02 May 2020

Re-live the standout moments from past World Table Tennis Championships all over again with "World Championships Rewind"!

She’s done it, Ding Ning is champion of the World!!! (Suzhou 2015)

Women’s Singles: Final

Injury issues can’t stop Ding from claiming her second World Championships singles gold, beating Liu in dramatic style (7-11, 15-13, 11-7, 11-9, 9-11, 4-11, 11-8). An incredibly momentous occasion made even more special in front of the home crowd in Suzhou. Congratulations to 2015 World Championships women’s singles champion Ding Ning!

Disaster strikes! (Suzhou 2015)

Women’s Singles: Final

Play has stopped here temporarily, Ding grabs her ankle in frustration and a medical time out is called. Receiving treatment on court, Ding is keen to continue but her task has grown even more difficult now. The advantage appears to be shifting against the London 2012 silver medallist.

Ding Ning receiving medical attention for an ankle problem
Titanic contest (Suzhou 2015)

Women’s Singles: Final

If it’s drama you’re looking for the action unfolding at the Suzhou International Expo Center won’t disappoint with both finalists going hammer and tongs. Off to a slow start Ding has recovered rather well to turn a 0-1 deficit into a 3-1 lead. However, Liu isn’t going down without a fight, adding games five and six to her collection to force a deciding seventh – who will lift the cup?

Back to Suzhou for a very special event (Suzhou 2015)

Finally we return to Suzhou 2015 on a day that played host to the women’s singles final between two of China’s finest in Liu Shiwen and Ding Ning.

Former World champions crash out (Halmstad 2018)

Women’s Team: Round of 16

Wow, just wow! If you’re a fan of surprises then we’ve got a big one for you to digest as Ukraine has just eliminated 2010 World champions Singapore in the last 16 of the women’s team event in Halmstad.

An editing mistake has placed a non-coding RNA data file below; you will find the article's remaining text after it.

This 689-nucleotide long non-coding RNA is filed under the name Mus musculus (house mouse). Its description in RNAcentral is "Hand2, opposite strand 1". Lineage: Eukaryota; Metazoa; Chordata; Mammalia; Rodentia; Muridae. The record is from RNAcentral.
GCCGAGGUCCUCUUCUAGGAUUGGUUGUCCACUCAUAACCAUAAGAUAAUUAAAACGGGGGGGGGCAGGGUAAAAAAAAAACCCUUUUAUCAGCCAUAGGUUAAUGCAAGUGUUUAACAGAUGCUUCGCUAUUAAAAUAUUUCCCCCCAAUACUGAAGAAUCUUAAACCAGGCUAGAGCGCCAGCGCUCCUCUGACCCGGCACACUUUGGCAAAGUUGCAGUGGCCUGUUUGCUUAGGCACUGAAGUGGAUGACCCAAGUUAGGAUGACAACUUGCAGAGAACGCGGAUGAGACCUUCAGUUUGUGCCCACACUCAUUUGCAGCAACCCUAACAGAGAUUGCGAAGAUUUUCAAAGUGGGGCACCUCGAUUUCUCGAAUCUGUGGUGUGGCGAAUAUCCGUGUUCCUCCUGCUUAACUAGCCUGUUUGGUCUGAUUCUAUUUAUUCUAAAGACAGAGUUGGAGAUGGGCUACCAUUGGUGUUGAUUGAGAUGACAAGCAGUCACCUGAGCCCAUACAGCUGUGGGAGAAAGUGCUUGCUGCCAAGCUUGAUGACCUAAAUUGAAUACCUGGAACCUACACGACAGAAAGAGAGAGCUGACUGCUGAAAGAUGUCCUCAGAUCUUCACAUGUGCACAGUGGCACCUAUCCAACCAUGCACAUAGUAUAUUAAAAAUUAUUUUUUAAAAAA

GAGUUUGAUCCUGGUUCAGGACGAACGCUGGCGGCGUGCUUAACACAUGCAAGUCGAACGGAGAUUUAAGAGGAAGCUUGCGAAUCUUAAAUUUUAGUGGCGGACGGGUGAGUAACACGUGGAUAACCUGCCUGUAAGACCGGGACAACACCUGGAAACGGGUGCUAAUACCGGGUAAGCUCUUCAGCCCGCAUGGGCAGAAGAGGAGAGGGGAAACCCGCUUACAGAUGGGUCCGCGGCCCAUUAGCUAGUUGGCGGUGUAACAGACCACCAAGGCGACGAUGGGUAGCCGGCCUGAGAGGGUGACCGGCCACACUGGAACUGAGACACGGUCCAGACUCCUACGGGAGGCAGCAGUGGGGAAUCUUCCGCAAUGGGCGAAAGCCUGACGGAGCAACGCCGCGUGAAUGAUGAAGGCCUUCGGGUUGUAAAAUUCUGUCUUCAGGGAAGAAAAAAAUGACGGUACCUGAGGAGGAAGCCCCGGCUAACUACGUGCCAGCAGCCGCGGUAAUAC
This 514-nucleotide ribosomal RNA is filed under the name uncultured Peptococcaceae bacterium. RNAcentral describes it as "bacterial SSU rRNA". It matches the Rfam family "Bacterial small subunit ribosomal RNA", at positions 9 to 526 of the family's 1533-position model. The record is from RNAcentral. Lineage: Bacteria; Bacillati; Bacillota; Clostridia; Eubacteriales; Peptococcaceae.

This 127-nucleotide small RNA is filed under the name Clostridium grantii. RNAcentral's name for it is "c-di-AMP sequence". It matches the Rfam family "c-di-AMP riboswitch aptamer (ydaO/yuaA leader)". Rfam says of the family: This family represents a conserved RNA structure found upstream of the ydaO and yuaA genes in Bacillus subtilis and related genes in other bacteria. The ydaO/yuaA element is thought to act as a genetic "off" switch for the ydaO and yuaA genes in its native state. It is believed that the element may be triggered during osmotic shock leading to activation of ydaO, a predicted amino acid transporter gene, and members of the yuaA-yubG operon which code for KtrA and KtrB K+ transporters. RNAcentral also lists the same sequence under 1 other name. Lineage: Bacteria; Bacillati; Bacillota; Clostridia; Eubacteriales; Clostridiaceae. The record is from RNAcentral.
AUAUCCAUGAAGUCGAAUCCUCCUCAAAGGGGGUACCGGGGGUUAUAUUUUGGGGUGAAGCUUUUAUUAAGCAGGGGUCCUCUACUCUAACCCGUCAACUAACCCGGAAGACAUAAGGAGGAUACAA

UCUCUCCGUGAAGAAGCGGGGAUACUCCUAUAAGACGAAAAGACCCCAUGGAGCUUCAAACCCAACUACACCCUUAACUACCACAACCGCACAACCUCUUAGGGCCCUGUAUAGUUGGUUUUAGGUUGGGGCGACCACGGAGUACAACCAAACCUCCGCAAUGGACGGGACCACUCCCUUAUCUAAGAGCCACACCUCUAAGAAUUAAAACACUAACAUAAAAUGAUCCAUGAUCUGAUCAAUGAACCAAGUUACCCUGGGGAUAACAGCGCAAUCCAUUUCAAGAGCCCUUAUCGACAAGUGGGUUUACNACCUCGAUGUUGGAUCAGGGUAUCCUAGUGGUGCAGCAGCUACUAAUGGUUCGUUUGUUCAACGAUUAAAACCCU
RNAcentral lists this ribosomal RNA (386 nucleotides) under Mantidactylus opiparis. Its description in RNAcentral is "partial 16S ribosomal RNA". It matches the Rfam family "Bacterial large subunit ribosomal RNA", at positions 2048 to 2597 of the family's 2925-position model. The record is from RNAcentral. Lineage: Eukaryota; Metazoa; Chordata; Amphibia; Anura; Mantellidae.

Seeded 15th overall and seven positions below their Asian opponents, the odds weren’t on Ukraine’s side heading into this one but with Ganna Gaponova striking victory over Yu Mengyu (11-6, 5-11, 11-9, 8-11, 11-8), a spark of hope was born. Margaryta Pesotska’s four-game success against Lin Ye (11-9, 11-7, 9-11, 11-6) saw ambitions rise further only for Tetyana Bilenko, with the match level at 2-2, to go on and beat Yu Mengyu (12-10, 11-9, 11-8) and confirm a dramatic 3-2 win for Ukraine. What a result!

Tetyana Bilenko and Co. upset 2010 champions in Halmstad
And we’re on the move again (Halmstad 2018)

Fresh from one World Team Championships, we now move to another, staged four years later in Halmstad, Sweden.

Romanian trio battle past Korea Republic (Tokyo 2014)

Women’s Team: Round of 16

An exciting player line-up, but who could have predicted this? Romania has produced a stunning 3-2 victory over 2012 World Championships bronze medallists Korea Republic here in Tokyo.

Despite Suh Hyowon registering two victories from her time on the table the Korean team would ultimately taste defeat: success for Elizabeta Samara (11-4, 9-11, 11-7, 9-11, 11-5) and Bernadette Szocs (11-13, 11-9, 11-8, 7-11, 11-5) in their respective encounters with Yang Haeun, another victory Seok Hajung courtesy of Daneila Monteiro Dodean (11-1, 6-11, 11-5, 5-11, 11-7) proved enough to see the European outfit through in a most extraordinary match.

From Yokohama to Tokyo (Tokyo 2014)

Staying in the Land of the Rising Sun, we look ahead five years to the 2014 World Team Championships in Tokyo.

Ma Lin shows nerves of steel (Yokohama 2009)

Men’s Singles: Round of 16

What an absolute cracking match we’ve just witnessed at the Yokohama Arena as Ma Lin scrapes through a dramatic seven-game thriller to book his spot in the men’s singles quarter-finals.